Simon Jones Murphy, an entrepreneur, investor and lumberman, played an important role in the economic development of the state and helped to add four large and attractive structures to what is now the Detroit Financial District Historical area. So far as I know, all are in use as office buildings. Born in 1815 in Maine, Mr. Murphy grew up in that state and successfully invested in the timber industry there. Maine’s forests, similar to those in Michigan were primarily pine. About the time of the Civil War, Murphy realized that much of the valuable timber of the Pine Tree State had been harvested and that his financial prospects might be brighter elsewhere. In 1866, he moved his family from Bangor, Maine to Detroit where he spent the next 49 years of his long life. Presumably, he knew about the white pine forests that covered much of the Lower Peninsula and saw the potential for amassing great wealth.
Shortly after arrival in Detroit, he established a lumber firm with two partners, Mr. Eddy and Mr. Avery. Between the late 1860s and the 1890s they purchased several hundred thousands of acres of land in the Lower Peninsula so that they might cut the timber. A major challenge they faced was getting the huge trees out of the Michigan forests and then to mills and finally sending their products to the manufacturing firms that needed their wood. For this reason, many of the early investors in Michigan’s prosperous timber industry also were involved in building railroads and organizing Great Lakes steamship lines. At that time, much of Michigan was swampy and there were no paved roads and few railroads ran into the state’s forests. White pine trees were valuable but it was a costly proposition to cut them and then get them to where they would be useful. By the mid- to late-1880s, rail lines minimized some of those problems.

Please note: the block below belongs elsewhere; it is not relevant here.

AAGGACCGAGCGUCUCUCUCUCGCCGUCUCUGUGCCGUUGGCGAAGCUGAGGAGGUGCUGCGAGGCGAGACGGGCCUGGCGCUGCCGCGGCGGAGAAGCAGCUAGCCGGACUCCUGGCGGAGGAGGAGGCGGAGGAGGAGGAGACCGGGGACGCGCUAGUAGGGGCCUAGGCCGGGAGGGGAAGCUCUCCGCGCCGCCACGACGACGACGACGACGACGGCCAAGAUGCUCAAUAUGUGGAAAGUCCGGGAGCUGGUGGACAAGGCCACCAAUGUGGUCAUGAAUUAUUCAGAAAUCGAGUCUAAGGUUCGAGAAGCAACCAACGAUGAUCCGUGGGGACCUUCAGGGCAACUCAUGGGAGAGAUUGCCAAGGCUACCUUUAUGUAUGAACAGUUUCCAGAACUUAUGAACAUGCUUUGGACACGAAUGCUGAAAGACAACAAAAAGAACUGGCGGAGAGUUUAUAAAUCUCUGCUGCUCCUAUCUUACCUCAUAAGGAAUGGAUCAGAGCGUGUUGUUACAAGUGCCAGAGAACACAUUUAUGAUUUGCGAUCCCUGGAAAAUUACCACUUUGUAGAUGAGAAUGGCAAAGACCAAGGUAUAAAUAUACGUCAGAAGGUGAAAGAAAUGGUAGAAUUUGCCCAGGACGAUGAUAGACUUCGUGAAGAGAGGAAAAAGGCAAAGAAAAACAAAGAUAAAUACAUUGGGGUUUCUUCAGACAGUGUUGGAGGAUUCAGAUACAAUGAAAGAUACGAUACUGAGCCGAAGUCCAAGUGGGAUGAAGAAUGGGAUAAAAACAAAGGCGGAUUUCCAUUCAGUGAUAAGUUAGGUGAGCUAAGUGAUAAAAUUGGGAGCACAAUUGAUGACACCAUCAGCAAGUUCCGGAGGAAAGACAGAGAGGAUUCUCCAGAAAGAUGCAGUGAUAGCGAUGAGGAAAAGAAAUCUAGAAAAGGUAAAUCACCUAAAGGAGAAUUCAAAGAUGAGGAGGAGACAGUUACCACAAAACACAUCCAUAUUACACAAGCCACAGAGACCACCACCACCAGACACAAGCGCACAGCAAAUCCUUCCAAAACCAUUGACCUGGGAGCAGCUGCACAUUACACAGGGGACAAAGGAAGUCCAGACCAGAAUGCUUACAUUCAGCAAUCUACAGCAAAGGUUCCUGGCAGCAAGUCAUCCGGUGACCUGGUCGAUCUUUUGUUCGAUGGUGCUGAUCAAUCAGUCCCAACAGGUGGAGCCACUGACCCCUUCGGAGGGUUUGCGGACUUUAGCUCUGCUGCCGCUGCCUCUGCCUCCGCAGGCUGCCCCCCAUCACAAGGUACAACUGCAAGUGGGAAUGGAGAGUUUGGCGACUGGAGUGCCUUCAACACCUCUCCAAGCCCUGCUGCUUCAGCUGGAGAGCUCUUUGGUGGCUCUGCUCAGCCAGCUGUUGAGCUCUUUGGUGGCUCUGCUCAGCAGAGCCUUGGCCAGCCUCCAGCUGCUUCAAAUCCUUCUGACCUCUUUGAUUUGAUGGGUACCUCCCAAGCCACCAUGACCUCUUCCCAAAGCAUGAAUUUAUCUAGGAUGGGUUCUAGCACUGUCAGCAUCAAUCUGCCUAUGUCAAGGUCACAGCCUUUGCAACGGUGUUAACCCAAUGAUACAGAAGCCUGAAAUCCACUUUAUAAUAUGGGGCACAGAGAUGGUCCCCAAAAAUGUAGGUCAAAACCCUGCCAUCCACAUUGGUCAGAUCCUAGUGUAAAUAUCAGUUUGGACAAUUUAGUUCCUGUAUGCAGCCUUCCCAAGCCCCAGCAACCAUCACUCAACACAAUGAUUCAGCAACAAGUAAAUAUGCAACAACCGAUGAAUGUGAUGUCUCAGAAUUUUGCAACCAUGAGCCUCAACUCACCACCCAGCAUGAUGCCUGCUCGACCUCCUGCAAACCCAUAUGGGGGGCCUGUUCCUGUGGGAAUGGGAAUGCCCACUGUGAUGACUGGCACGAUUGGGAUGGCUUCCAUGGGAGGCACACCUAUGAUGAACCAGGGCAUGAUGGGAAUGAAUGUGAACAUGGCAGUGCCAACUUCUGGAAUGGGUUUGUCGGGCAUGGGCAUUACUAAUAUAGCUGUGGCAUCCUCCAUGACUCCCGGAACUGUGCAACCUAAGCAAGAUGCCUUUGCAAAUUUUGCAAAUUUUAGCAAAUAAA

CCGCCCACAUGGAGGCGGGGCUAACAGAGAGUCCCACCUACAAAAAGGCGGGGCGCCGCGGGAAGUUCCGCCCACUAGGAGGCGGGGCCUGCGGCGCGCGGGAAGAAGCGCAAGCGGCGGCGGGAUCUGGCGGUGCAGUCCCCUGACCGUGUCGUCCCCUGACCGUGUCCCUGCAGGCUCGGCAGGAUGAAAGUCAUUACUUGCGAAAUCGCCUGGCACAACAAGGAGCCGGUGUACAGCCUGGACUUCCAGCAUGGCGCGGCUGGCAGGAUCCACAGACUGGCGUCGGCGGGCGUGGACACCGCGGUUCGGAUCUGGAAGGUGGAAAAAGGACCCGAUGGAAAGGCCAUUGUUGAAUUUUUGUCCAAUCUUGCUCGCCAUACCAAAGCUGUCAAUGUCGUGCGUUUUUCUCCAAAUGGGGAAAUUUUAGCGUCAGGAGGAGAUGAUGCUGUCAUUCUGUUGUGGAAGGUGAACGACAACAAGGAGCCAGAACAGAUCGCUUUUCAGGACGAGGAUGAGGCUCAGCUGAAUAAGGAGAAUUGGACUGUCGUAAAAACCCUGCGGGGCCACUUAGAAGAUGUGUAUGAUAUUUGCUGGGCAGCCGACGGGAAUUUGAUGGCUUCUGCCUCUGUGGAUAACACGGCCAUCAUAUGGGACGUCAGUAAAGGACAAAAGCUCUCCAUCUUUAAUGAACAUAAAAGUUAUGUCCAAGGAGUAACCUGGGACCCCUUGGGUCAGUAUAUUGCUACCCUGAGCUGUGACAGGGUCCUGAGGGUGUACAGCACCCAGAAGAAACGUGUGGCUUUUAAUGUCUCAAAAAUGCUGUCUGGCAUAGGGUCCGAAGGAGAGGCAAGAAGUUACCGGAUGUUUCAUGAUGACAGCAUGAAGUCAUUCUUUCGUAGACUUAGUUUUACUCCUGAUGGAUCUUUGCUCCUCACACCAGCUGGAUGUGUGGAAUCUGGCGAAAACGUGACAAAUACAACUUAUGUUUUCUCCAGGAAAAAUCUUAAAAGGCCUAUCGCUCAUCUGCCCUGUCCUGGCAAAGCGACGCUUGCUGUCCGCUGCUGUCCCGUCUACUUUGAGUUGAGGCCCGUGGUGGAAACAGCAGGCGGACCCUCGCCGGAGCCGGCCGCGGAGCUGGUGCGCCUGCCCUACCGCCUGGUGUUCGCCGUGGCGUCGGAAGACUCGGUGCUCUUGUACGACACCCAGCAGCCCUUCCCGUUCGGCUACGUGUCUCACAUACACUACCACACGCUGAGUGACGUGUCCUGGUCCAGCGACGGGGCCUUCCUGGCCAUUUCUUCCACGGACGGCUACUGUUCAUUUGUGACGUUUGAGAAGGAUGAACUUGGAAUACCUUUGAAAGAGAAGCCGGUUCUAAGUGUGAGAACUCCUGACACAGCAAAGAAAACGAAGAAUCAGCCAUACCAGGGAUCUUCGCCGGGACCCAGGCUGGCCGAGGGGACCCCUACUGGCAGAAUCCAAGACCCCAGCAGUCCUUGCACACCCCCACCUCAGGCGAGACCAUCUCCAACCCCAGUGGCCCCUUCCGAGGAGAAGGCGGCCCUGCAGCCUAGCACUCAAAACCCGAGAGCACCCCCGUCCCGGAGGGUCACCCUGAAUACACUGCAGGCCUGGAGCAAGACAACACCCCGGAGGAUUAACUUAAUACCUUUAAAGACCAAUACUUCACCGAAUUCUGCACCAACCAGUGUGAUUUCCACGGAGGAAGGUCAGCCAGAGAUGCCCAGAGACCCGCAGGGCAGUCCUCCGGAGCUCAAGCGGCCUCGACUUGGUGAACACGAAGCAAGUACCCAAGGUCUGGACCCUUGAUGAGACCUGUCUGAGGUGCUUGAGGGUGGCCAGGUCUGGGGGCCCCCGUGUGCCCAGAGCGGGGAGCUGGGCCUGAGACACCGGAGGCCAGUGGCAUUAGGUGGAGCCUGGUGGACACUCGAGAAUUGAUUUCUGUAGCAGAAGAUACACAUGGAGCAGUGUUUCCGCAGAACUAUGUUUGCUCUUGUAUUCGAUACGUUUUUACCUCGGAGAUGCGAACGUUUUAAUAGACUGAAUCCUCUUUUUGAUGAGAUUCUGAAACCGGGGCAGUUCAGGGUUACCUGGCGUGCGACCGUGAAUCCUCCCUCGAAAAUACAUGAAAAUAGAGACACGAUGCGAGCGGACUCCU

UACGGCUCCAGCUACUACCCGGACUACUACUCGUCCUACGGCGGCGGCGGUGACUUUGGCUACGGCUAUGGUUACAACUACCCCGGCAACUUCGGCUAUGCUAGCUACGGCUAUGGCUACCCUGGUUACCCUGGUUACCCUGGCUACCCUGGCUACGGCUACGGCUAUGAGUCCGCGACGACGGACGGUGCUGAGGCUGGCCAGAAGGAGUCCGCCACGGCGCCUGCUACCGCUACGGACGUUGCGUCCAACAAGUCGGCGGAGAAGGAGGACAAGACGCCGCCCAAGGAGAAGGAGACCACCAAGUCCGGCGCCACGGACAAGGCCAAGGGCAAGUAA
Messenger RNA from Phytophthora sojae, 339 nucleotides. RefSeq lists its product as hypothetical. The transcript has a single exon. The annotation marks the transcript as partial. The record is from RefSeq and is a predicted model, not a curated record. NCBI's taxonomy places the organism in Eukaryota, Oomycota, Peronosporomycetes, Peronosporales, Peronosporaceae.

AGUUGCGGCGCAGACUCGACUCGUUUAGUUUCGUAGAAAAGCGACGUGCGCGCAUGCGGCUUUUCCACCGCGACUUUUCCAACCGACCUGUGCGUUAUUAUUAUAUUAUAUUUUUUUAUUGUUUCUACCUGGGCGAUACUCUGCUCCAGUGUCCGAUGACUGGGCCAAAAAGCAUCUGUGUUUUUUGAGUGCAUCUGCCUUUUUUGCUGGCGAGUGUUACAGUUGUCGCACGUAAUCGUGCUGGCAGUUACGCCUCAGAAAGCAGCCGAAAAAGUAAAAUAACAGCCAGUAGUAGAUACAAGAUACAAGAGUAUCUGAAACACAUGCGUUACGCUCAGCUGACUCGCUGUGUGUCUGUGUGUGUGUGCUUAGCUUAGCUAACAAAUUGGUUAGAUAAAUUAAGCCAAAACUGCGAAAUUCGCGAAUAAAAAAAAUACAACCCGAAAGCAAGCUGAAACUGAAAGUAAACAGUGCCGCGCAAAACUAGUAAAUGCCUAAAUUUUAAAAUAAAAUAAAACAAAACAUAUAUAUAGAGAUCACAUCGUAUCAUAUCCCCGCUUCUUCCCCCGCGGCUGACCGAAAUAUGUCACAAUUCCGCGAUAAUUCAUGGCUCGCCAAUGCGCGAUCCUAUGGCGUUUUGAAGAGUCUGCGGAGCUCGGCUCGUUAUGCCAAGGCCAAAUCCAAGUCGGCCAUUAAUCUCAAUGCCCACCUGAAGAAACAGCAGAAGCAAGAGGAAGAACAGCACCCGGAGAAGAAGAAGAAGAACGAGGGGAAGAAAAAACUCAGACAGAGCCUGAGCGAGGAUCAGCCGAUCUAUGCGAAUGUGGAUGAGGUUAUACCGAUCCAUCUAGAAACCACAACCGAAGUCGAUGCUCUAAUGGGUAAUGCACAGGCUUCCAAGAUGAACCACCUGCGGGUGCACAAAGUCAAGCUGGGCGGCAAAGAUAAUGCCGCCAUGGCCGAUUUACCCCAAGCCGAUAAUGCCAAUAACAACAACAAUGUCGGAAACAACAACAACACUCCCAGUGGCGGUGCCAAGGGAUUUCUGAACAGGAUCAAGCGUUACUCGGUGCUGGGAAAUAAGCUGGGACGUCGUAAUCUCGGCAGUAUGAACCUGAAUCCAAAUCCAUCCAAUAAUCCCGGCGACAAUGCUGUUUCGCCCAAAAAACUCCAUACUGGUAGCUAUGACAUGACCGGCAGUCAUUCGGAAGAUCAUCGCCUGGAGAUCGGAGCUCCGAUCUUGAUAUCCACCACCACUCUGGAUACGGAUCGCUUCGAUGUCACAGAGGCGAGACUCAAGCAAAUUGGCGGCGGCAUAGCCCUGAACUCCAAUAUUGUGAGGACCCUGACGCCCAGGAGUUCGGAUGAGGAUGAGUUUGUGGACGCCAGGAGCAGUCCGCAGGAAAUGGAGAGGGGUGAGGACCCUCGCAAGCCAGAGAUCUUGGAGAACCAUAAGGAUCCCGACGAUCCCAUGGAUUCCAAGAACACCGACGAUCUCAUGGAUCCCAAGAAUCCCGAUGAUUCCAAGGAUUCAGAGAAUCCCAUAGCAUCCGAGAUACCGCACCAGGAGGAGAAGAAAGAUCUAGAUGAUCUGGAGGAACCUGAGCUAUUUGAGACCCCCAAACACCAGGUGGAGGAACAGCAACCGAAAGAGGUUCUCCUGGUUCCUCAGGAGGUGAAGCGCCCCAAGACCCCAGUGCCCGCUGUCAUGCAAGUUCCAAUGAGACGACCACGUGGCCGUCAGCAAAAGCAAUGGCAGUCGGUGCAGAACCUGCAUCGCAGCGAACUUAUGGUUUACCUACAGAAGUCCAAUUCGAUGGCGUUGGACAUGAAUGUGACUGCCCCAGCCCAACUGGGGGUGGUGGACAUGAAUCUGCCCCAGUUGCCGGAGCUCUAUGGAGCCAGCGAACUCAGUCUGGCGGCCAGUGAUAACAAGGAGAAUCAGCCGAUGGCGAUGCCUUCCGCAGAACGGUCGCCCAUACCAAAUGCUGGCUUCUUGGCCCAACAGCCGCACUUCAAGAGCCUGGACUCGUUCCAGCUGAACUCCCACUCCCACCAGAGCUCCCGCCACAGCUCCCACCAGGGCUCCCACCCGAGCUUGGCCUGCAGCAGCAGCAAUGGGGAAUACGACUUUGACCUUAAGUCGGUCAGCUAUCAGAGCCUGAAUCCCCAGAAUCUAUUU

Simon Jones Murphy prospered. He realized that Detroit was a booming industrial city because of the many manufacturing firms here that used lumber from the state and iron and steel produced in Detroit. As Detroit's manufacturing industries grew, there was a need for both office structures and buildings for manufacturing.
The first Penobscot Building was completed in 1905, the year that Simon Jones Murphy died. It is a 13-story office tower in brick and terra cotta with extensive limestone trim. There are five bays on the Fort Street front with five pairs of double hung windows above them. There are impressive Corinthian Columns between the eleventh and twelfth floors. Among the original tenants were the Detroit Savings Bank and the Detroit Trust Company.